“15. The High Court was not justified in reversing the conviction of the respondent and recording the order of acquittal. An unmerited acquittal does no good to the society. If the prosecution has succeeded in making out a convincing case for recording a finding as to the accused being guilty, the Court should not lean in favour of acquittal by giving weight to irrelevant or insignificant circumstances or by resorting to technicalities or by assuming doubts and giving benefit thereof where none reasonably exists. A doubt, as understood in criminal jurisprudence, has to be a reasonable doubt and not an excuse for a finding in favour of acquittal. An unmerited acquittal encourages wolves in the society being on the prowl for easy prey, moreso when the victim of crime are helpless females or minor children. The Courts have to display a greater sense of responsibility and to be more sensitive while dealing with charges of sexual assault on women, particularly of tender age and children.”
16. On the question of the evidence of the Victim requiring corroboration, useful reference may be made to the decision of the Hon’ble Apex Court in Aman Kumar & Another v. State of Haryana, (2004) 4 SCC 379, wherein it was held at Paragraph 5, as follows;
“5. It is well settled that a prosecutrix complaining of having been a victim of the offence of rape is not an accomplice after the crime. There is no rule of law that her testimony cannot be acted upon without corroboration in material particulars. She stands on a higher pedestal than an injured witness. In the latter case, there is injury on the physical form, while in the former it is both physical as well as psychological and emotional. However, if the court of facts finds it difficult to accept the version of the prosecutrix on its face value, it may search for evidence, direct or circumstantial, which would lend assurance to her testimony. Assurance, short of corroboration as understood in the context of an accomplice, would suffice.”
Based on the above extract, there is no reason to disbelieve P.W.-1.
17. That apart, P.W.-5 has also supported the evidence of P.W.-2 and P.W-4, with regard to the presence of the Accused at the temple. According to her on the morning of the incident, she and her husband had gone for a walk towards the helipad area. On their return they saw the Accused near the Shiva Mandir at Manbir Colony washing his hands. Later, she was informed by P.W.-3 (mother of the Victim) about the incident.
18. Although, it was urged by the Appellant that the Victim’s mother in her cross-examination has deposed that during the course of the inquiry and investigation by the police, they had seized one high-neck sweater, M.O.-I from her possession, however, P.W.-7, in her cross-examination has admitted that the Victim was not wearing M.O.-I at the time of seizure. On this aspect, while considering the evidence of P.W.-5 and P.W.-7, there is no denial of the fact that they were present at the time of preparation of the seizure memo, Exhibit-5. The minor anomaly i.e. that P.W.-5 has stated that the police had seized M.O.-I worn by the Victim and P.W.-7 has said that at the time of seizure the Victim was not wearing M.O.-I, does not prejudice the Prosecution case at all, since in the first instance it is not relevant to the matter at hand. Evidently, the police have seized the sweater only by way of abundant caution, it has no connection to the facts of the case at hand. The evidence of Doctor, P.W.-9, is not relevant for the present purposes since it is no one’s case that there was any physical sexual assault upon the person of the child.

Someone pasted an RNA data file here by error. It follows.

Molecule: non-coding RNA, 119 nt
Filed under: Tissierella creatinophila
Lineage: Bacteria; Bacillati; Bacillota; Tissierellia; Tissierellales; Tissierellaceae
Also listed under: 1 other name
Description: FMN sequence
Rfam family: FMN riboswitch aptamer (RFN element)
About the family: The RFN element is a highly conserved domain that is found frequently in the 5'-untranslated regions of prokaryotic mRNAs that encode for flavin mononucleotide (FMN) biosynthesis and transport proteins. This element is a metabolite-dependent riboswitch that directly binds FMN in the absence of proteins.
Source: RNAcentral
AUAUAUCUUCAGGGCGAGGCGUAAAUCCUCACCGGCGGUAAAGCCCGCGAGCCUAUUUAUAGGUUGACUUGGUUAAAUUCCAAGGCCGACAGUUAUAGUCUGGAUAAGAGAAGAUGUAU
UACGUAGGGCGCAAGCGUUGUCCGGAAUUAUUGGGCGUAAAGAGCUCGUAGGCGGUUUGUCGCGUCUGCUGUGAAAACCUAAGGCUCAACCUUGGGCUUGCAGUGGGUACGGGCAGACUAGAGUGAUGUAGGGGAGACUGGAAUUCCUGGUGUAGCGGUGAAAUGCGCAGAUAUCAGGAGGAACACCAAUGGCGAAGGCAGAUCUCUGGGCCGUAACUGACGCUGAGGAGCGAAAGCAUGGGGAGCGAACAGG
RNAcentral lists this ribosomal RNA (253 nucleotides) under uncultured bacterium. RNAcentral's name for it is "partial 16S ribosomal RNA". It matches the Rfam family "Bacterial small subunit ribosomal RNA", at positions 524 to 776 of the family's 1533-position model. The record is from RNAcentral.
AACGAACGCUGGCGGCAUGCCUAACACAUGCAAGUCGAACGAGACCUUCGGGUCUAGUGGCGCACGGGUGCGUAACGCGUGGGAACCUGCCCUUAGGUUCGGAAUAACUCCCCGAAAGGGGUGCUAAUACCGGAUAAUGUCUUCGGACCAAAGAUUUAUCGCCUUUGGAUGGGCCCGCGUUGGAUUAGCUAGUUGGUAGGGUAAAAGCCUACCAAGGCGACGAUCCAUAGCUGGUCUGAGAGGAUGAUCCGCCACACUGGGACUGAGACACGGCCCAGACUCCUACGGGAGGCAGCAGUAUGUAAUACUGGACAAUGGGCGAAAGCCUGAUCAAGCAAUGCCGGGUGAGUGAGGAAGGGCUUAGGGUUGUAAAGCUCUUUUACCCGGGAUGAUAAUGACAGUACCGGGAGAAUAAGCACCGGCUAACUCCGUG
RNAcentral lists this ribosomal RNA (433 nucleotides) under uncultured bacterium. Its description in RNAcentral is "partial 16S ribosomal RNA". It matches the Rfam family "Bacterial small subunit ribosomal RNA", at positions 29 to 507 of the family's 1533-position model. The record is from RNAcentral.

19. The non-identification of the Rupees sixty by P.W.-3, was another argument raised by Learned Counsel, however, on careful examination of P.W.-3, it is apparent that the Victim handed over Rupees sixty to her and thereafter, she had carried it to the Police Station where the Police seized it from her. This emerges from the evidence of P.W.-1 and P.W.-3. Another attempt to defend the Appellant was made by canvassing the argument that the Complaint, Exhibit-3, was lodged by the Victim’s father, P.W.-2, on account of enmity with the Appellant. According to Learned Counsel for the Appellant, the Appellant owed money, amounting to Rs.38,000/- (Rupees Thirty Eight Thousand) only, to the Victim’s father, who runs a ration shop from where the Appellant used to take groceries on credit and had not paid the same. That, thereafter, instead of continuing buying his ration from P.W.-2’s shop, he was making his purchases from another shop which raised the hackles of P.W.-2. This argument has no legs to stand since this is not reflected in the cross-examination of either P.W.-2 or for that matter P.W.-3. In my considered opinion the allegation is merely a frail attempt to foist a motive on P.W.-2.
20. In conclusion thereof, in view of the foregoing discussions and taking into consideration the entire gamut of facts, circumstances and the evidence on record, I am of the considered opinion that the impugned Judgment and Order on Sentence brooks no interference. It would be pertinent to point out that the Appellant has also failed to take advantage of the provision of Section 30 of the POCSO, which reads as follows:-
“30. Presumption of culpable mental state.- (1) In any prosecution for any offence under this Act which requires a culpable mental state on the part of the accused, the Special Court shall presume the existence of such mental state but it shall be a defence for the accused to prove the fact that he had no such mental state with respect to the act charged as an offence in that prosecution.
21. Consequently, the Appeal is dismissed.
22. No order as to costs.
23. Records of the Learned Trial Court be remitted forthwith.
Cases Referred :
Aman Kumar Vs. State of Haryana, (2004) 4 SCC 379
State of Punjab Vs. Ramdev Singh, AIR 2004 SC 1290
Counsel for Appearing Parties :
Nar Bahadur Khatiwada, Senior Advocate with Gita Bista, Legal Aid Counsel, for the Appellant; Karma Thinlay Namgyal, Additional Public Prosecutor with S.K. Chettri and Pollin Rai, Assistant Public Prosecutors, for the Respondent